Floodgates at the Denison Dam are open as Lake Texoma and the surrounding region continues to reel from record rainfall in September and prepare as another wet weekend approaches.

U.S. Army Corps of Engineers Assistant Lake Texoma Manager Tommy Holder said the floodgates will remain open, 24-hours a day until the agency’s efforts make an impact on flooding, which Holder said has led to numerous campground and boat ramp closures. As of Wednesday afternoon, Holder said the lake’s surface stood at an elevation of just over 621 feet. The Denison Dam’s uncontrolled spillway begins at an elevation of 640 feet and the top of the dam peaks at 670 feet.

“The lake has risen roughly about four feet,” Holder said. “So, we’re currently releasing about 15,325 cubic feet of water per second.”

The National Weather Service reports the Sherman-area received 10.51 inches of rainfall in September and the month now ranks as one of Texas’ five wettest on record. An additional 2.95 inches of rain has fallen on Sherman since the start of October and NWS Meteorologist Jason Godwin of the agency’s Fort Worth field office said the frequent and heavy rains that have fallen across the region are the result of larger weather patterns at play.

“We’ve seen a lot of it come from tropical cyclones in the eastern Pacific that have recurved up into Mexico and the Southwest,” Godwin said. “We’ve had moisture from those make it into our area and that has combined with a more active weather pattern that’s typical for the fall.”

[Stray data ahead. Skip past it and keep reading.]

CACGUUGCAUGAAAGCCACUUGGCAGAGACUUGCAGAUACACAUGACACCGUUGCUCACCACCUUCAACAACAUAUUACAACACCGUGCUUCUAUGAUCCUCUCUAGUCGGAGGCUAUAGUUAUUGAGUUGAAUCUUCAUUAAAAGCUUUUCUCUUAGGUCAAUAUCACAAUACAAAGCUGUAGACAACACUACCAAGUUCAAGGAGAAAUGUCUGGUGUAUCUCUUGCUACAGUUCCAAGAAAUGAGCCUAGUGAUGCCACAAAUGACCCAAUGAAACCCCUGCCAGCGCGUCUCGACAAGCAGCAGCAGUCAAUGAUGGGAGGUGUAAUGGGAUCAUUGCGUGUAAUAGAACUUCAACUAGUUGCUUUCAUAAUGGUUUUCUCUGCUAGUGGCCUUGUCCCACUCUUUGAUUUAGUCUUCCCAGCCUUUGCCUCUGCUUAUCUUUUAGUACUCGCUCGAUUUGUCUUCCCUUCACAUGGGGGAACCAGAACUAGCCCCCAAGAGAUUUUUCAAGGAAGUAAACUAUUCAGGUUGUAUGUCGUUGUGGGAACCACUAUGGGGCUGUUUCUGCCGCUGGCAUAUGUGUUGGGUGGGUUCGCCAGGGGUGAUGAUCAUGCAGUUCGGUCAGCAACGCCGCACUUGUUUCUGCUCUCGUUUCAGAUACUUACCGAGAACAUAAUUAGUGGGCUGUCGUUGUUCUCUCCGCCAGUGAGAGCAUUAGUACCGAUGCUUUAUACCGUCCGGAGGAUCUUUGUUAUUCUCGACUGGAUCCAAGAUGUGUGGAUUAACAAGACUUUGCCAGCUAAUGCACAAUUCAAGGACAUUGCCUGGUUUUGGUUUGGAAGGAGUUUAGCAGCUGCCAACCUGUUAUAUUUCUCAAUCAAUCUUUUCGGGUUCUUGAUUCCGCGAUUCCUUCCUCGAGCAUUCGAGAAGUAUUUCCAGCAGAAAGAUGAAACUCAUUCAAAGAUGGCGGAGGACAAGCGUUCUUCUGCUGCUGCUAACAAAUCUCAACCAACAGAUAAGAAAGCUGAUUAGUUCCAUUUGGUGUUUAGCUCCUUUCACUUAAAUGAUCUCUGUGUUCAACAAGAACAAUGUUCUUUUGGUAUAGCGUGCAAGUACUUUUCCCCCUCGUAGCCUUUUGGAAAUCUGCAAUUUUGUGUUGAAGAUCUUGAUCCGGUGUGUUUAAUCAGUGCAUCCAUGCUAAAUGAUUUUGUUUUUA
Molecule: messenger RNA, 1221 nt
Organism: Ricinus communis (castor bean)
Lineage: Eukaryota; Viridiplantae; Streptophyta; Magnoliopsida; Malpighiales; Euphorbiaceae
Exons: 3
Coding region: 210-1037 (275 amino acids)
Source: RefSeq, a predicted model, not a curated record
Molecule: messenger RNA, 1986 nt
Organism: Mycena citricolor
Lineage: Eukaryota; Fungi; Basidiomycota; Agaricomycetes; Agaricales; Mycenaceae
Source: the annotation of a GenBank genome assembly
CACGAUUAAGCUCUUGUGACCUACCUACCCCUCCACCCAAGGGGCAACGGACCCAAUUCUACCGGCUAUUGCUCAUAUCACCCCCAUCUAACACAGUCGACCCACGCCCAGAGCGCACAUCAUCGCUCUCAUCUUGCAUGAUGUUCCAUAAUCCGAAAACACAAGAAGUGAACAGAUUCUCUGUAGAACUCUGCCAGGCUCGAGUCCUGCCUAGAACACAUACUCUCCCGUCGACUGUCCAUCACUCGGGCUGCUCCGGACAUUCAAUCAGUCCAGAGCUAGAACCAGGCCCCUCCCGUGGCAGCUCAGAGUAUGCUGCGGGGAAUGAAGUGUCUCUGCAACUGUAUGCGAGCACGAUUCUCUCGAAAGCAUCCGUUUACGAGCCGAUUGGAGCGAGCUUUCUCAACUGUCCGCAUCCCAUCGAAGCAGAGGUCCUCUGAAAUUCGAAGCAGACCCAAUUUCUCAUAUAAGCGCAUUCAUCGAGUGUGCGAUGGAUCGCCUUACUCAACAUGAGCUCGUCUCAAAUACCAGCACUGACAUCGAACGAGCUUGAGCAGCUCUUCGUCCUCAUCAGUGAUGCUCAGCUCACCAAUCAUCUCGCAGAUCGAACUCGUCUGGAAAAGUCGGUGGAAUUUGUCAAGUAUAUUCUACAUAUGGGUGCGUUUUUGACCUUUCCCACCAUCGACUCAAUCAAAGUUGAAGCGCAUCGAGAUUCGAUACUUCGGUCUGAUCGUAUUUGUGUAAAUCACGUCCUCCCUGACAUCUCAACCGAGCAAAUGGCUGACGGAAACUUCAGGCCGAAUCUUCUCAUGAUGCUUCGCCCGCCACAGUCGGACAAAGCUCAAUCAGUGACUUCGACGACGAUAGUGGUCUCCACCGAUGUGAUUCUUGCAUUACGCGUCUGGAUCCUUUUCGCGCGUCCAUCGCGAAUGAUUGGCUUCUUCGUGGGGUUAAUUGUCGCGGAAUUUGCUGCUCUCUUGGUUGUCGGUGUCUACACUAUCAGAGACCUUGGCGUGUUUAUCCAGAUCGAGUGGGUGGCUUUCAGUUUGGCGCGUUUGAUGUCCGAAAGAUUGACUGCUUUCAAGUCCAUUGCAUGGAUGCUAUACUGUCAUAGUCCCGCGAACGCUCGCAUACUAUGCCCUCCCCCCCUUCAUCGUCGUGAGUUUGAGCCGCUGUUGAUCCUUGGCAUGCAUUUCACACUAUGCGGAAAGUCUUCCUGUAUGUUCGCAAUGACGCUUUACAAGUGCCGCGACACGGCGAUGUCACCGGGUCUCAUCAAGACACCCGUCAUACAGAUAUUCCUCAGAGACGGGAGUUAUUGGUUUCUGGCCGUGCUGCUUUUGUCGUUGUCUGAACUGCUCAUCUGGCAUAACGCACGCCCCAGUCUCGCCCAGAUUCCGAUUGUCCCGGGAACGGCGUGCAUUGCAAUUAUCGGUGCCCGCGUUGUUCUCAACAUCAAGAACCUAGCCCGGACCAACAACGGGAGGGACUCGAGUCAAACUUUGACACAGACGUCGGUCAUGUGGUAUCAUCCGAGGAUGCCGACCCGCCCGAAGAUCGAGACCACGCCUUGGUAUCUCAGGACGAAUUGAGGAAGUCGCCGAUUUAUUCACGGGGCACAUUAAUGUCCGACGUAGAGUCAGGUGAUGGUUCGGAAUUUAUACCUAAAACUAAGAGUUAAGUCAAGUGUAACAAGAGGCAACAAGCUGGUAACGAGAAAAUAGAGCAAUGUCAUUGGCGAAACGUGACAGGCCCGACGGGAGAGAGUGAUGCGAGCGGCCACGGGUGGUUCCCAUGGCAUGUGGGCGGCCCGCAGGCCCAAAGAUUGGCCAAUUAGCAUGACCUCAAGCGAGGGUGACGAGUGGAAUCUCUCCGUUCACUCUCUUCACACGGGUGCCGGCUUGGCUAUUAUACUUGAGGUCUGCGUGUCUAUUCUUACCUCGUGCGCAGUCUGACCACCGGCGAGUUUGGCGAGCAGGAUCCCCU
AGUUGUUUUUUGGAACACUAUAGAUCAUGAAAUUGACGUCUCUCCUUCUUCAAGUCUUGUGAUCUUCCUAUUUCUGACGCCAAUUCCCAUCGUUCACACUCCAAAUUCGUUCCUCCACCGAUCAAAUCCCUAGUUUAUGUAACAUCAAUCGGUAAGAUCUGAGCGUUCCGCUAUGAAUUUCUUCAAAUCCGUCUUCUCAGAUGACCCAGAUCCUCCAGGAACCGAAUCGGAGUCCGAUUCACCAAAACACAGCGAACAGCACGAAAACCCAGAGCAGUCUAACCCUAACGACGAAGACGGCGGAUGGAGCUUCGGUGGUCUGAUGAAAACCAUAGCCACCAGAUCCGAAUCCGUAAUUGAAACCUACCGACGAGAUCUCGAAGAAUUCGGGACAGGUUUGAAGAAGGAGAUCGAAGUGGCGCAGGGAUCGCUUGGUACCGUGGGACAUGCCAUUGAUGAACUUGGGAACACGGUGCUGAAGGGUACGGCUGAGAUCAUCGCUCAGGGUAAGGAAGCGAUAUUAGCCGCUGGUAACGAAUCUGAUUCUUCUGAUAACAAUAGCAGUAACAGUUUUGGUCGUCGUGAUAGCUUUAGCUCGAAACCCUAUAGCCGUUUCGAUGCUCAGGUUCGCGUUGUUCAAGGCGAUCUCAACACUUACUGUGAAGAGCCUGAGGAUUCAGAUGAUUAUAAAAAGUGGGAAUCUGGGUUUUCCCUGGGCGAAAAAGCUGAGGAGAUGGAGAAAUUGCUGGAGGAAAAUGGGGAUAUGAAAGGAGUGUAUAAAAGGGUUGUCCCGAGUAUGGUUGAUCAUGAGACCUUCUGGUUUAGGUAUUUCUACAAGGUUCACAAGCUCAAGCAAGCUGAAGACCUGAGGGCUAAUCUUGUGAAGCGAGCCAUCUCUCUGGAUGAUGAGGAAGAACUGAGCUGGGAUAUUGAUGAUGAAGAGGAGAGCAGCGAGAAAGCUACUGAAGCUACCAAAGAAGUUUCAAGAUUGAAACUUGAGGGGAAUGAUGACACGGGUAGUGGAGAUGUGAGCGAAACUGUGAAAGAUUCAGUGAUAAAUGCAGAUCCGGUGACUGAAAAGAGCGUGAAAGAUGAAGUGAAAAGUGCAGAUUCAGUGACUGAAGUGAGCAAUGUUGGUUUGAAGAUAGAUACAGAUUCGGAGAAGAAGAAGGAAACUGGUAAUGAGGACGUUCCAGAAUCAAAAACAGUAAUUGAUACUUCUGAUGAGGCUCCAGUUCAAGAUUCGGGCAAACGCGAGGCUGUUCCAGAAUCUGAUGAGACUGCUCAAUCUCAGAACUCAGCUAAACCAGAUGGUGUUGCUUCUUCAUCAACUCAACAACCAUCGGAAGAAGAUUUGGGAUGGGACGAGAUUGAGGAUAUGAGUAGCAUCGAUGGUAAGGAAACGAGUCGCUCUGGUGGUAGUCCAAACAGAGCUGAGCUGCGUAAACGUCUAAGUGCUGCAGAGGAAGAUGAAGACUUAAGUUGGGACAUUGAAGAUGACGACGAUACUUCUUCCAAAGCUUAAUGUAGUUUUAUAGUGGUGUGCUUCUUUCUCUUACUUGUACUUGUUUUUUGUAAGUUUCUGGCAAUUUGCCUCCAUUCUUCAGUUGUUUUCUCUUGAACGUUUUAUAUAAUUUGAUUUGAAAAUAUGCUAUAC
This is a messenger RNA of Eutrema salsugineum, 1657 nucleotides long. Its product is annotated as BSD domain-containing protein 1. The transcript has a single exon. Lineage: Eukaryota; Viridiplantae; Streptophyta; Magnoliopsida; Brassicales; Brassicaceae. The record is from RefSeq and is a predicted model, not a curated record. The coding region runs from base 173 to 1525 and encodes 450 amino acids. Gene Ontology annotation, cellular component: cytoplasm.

Though Sherman’s totals speak to the amount of rainfall received locally, Holder said the drainage basin surrounding Lake Texoma is expansive and has collected the runoff from many other hard hit locations.

“The watershed for Lake Texoma is about equivalent in size to the state of Indiana,” Holder said. “That’s about 39,700 square miles.”

And Godwin said long-range forecasts indicate much of the south-central U.S., including Lake Texoma’s watershed, is likely to see higher than usual rainfall throughout the autumn and winter months, thanks to a familiar and reoccurring, warming pattern.

“The Climate Prediction Center, which is part of the National Weather Service, they put out an El Niño watch, thinking there’s a reasonable chance we could go into that pattern,” Godwin said. “And if that’s in fact the case, that tends to result in a wetter-than-normal winter for the Southern Plains, including here in North Texas.”

With the runoff of recent rains still making its way to Lake Texoma, Holder said it was likely that waters would continue to rise and possible that officials would begin to release even greater volumes of water in the days and weeks ahead. An additional one to two inches of rain are predicted to fall across the region this weekend, but Holder said he and the U.S. Army Corps of Engineers will take stock of the lake’s status each day and adjust accordingly.

“We don’t manage water until it’s on the ground,” Holder said. “But with that said, we’re always mindful of the weather and the forecast.”